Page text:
Worst Practice - Bad Comments

  • mcroswait

    SSC Rookie

    Points: 43


    Just think of the fun you'll have with that!

    At least I have some background with *nix... our developers are REALLY having fun!!!

  • AJ Ahrens


    Points: 20676

    I have inherited a system that has NO comments in it whatsoever. I have added comments as I modify the procedures and have to spend a lot of time researching WHY things happen the way they do.

    I also have a problem with development REFUSING to document the changes. I have brought the value of comments to both my management and their management and their management has determined comments are not needed. Makes my life even worse. Try getting them to use CAPITILIZATION too..

    Thanks for letting me vent

    AJ Ahrens


    Custom Billing AT&T Labs

    Good Hunting!

    AJ Ahrens


  • wodom

    Hall of Fame

    Points: 3813

    Tell them telephones aren't needed either, but they sure do save a lot of time & money. And THEY cost a LOT more than comments.

  • cwedgwood50


    Points: 1751

    On commenting in general(not just TSQL);

    I think well written, self descriptive code is the most important thing. Every effort should be made to get this right, indents, readable variable names etc.. Then comments to highlight important information that is not obvious from the code. Comments are exceptionally useful, but only when used sparingly, unless teaching code. The fewer comments there are the less chance that future changes will result in comments becoming inadvertantly out-of-sync with the code. I do like a header block at the top though, but think info like last modified should be derived from file save date rather than a comment. It only takes one sloppy programmer to make a change and not comment and that information is wrong!

  • steven powell

    Mr or Mrs. 500

    Points: 557

    One example i came across this week was a lengthy, descriptive and very helpful comment, which related to an old version of the code and as a result was completely meaningless and could've sent me down the wrong path for hours.  In this case the comment was far worse than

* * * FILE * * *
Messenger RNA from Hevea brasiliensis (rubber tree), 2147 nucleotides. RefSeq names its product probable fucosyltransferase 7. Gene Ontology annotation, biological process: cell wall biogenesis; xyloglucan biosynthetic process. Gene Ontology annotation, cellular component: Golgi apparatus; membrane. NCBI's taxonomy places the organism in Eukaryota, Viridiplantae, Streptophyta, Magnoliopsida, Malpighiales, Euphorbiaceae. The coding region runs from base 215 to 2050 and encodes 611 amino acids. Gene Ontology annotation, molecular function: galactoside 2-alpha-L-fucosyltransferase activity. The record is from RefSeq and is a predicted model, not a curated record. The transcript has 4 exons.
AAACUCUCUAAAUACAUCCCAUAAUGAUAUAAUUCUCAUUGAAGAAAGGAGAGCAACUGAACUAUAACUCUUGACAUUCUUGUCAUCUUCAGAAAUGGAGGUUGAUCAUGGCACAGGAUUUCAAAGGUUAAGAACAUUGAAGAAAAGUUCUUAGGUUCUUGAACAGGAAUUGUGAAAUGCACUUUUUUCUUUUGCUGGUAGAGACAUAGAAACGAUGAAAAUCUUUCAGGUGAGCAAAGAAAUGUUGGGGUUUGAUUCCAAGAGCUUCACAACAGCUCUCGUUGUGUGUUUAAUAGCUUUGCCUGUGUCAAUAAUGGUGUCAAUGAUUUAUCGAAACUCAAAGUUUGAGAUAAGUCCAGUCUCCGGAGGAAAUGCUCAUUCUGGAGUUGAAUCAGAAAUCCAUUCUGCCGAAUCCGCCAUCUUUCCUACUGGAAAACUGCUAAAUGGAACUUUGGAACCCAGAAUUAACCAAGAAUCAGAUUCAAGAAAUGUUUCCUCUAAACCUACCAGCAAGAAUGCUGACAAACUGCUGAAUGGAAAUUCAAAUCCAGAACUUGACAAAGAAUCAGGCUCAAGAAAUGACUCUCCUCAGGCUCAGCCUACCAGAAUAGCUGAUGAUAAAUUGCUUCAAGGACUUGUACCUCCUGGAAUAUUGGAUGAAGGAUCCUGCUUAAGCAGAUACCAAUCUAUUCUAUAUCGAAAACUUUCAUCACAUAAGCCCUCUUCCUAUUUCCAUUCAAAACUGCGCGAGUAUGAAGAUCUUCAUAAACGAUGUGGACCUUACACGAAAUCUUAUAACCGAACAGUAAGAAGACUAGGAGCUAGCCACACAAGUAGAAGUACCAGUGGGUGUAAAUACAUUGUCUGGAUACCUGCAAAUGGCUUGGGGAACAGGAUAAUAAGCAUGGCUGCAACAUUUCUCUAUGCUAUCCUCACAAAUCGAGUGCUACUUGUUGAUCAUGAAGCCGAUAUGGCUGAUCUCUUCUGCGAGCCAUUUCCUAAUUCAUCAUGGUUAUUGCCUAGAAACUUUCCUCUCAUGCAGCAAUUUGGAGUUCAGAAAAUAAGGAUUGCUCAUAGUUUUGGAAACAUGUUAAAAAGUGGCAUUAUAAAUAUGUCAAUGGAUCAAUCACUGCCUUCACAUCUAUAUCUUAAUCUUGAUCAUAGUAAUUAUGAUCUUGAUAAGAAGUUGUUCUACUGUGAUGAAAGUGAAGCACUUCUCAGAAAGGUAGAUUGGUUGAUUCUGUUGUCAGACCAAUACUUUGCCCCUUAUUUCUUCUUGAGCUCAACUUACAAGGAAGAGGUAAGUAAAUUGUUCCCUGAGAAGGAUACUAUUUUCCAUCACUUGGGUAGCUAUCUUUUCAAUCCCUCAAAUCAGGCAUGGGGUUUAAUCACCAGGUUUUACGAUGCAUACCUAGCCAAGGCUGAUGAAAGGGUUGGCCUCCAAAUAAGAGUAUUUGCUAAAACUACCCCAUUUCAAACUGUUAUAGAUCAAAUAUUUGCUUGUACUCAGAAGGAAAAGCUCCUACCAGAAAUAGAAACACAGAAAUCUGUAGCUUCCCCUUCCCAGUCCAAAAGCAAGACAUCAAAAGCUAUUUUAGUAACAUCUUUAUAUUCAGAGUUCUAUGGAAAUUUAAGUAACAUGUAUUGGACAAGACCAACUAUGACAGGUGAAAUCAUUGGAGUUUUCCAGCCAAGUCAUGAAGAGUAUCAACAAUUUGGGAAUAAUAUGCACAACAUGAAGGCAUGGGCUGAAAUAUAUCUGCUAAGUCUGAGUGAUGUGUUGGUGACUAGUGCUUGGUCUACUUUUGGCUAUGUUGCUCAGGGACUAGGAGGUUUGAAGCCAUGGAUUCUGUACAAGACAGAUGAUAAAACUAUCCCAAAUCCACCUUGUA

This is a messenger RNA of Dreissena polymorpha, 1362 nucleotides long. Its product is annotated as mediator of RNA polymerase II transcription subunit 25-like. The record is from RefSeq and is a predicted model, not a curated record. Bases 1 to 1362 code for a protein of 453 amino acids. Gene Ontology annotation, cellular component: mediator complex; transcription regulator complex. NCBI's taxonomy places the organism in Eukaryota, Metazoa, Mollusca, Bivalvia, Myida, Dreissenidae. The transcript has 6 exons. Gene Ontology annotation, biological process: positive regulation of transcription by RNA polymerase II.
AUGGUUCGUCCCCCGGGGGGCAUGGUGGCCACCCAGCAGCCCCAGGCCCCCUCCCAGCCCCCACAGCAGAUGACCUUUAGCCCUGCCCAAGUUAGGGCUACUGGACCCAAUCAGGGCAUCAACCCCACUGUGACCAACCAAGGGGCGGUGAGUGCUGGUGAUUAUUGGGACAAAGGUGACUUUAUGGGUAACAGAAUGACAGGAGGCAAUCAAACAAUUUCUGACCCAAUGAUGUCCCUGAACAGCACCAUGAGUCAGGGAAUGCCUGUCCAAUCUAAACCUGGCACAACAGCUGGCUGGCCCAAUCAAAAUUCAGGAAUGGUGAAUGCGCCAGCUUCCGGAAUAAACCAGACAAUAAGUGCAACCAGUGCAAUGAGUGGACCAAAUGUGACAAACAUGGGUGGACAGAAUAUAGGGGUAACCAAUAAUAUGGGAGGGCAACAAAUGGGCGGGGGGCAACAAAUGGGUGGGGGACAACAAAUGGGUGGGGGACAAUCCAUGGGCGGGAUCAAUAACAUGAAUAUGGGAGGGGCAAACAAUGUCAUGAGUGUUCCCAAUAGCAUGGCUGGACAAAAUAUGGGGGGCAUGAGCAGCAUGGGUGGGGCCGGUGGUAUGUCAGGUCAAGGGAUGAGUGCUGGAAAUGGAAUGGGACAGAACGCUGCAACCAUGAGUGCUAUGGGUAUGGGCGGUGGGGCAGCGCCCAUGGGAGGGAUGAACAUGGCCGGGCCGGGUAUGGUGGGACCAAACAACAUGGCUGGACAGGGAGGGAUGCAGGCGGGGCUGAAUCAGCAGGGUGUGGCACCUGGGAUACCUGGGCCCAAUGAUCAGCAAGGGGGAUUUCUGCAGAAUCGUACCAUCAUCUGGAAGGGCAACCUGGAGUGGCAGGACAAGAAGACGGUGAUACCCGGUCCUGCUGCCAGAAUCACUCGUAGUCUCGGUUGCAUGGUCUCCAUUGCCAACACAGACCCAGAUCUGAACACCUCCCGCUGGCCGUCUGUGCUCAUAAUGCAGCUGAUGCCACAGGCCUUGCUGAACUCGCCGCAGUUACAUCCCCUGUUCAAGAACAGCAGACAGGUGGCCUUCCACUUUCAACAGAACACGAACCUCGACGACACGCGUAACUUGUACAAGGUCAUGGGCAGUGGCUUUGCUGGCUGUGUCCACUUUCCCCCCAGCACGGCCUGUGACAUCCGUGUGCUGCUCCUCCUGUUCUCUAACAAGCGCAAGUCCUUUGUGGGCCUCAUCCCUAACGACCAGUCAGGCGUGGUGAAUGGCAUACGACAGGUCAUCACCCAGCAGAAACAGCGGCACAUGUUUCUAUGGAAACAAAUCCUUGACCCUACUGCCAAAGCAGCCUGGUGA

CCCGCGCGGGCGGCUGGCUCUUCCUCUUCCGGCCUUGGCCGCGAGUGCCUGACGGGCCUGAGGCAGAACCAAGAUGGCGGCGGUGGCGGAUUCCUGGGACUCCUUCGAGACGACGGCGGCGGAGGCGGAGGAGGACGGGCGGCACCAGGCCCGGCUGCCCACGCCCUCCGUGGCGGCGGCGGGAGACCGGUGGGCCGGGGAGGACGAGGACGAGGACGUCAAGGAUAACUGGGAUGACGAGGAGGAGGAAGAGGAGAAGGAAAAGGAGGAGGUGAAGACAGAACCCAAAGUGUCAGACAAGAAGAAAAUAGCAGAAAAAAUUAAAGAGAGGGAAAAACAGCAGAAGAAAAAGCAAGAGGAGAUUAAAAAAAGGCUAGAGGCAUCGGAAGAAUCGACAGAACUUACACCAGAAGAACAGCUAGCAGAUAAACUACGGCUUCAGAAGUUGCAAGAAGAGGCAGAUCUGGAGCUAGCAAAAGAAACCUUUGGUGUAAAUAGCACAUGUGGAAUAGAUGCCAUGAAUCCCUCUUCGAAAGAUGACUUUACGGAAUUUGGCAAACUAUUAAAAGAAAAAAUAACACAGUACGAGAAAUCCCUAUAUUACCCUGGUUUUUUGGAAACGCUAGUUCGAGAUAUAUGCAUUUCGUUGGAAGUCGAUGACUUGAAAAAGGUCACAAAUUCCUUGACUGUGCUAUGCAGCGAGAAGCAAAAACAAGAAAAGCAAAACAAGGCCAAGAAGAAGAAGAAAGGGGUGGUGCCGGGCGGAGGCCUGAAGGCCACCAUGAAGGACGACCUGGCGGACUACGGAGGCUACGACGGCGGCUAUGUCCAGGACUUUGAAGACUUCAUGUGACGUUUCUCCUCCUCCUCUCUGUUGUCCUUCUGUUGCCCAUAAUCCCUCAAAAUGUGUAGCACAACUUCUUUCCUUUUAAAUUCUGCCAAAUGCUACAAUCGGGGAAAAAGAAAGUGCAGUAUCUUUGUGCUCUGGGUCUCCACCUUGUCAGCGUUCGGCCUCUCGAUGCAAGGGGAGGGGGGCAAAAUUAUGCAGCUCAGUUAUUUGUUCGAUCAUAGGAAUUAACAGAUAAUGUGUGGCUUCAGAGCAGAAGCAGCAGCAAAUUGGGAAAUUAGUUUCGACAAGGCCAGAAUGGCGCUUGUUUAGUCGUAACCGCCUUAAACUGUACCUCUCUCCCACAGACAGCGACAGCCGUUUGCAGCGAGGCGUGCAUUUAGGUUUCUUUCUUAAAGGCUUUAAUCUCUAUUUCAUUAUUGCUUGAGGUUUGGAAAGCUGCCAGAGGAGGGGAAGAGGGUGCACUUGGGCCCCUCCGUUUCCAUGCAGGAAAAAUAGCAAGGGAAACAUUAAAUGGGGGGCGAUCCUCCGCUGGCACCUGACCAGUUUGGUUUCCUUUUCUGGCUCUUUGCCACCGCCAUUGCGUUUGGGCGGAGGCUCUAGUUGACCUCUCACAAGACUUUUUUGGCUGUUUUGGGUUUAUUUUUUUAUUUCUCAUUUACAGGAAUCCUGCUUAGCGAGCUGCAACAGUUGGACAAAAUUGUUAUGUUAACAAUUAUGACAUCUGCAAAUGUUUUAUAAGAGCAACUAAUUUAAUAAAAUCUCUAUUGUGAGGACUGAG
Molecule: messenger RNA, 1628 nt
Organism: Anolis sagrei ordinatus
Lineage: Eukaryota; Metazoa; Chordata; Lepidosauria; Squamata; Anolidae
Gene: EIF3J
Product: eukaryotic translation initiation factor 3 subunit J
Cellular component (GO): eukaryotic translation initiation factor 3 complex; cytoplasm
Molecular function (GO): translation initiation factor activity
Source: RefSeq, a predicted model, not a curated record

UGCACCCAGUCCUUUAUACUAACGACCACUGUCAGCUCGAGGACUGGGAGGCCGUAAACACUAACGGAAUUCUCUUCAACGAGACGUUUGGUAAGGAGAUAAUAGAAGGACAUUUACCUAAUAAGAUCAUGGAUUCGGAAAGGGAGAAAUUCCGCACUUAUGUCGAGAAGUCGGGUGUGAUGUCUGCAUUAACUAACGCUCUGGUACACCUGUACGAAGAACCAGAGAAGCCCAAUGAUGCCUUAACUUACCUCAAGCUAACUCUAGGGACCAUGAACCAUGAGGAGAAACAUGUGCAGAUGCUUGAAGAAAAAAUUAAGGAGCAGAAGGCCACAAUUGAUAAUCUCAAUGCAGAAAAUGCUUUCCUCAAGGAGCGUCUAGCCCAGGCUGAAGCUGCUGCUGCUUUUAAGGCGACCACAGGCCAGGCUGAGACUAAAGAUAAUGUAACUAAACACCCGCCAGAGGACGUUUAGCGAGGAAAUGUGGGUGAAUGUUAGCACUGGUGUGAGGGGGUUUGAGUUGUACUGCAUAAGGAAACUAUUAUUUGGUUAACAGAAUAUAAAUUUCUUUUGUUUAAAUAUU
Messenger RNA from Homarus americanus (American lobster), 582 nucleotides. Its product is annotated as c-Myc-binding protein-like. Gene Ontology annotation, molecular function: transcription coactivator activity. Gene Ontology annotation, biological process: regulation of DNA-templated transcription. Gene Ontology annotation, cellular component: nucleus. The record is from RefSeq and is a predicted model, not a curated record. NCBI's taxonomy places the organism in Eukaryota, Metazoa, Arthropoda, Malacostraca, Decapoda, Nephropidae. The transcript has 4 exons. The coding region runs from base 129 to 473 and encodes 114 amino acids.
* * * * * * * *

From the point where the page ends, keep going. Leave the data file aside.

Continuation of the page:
--select * from table1

  • sqltimd

    SSC Rookie

    Points: 49

    In terms of header comments, I don't think I could survive without them. Even on smaller projects, where I'm the only developer, they tend to come in handy. If I have to work on a stored procedure that I wrote several months back, there's a good chance that I won't remember exactly what the sproc does. The header is a good way to "get up to speed" quickly. And for projects where several developers are involved, the "history" section of the header (who changed what, why, and when) can really come in handy.

    As for commenting in general, I guess I tend to think that there's no such thing as "too many" comments. And I probably leave my fair share of what you'd call meaningless (or redundant) comments as well. And here's why: When I first start development of a stored procedure, I write meta code in the form of comments. I basically outline everything that I think the procedure is going to have to do to accomplish the task. Once the meta code is finished, I take a second pass and add the actual TSQL code.



  • chrisleonard


    Points: 5000

    My favorite teaching example of a useless comment follows:

    Useless comment:

    /* Divide @nh by @nab, storing result in @bav: */

    SELECT @bav = @nh / @nab

    Better comment:

    /* Calculate batting average: */

    SELECT @bav = @nh / @nab

    Granted, this is a "loaded" example, since the variable names are not descriptive, but it illustrates one other issue with comments:  focus on process, not syntax.  In other words, one specific form of a useless comment is one that assumes that the reader can't read whatever language you're programming in.

    I do think that script header comments serve a good purpose, as someone posted earlier.  Not only can you include usage information (I know someone who does this with extended properties, by the way - a nifty idea), but you can "self-document" things like the location of the source file and the change history.  All of this information is useful when you need to change the proc - the usage info gives a sanity check to make sure you know the purpose of the proc, the source location lets you know where to get the code you need to change, and the change history lets you find the idiot whose code you can't understand - or at least realize (with sudden humility) that the idiot is actually YOU. 

    Interesting post.  I had to write a couple pages on comments once for an Exam Cram book (remember those?  the first series of them, I mean...).  Two pages was all I could come up with.  I pulled a copy off of the shelf just for grins, and I can't see anything else I put in there that's not just newbie information...


  • John Scarborough

    Ten Centuries

    Points: 1104

    "Bad" commenting is the least of my worries.  Holy cow..  I'm trying to get these people to comment at all!  I'm darned sure not going to complain about how they comment!

    John Scarborough

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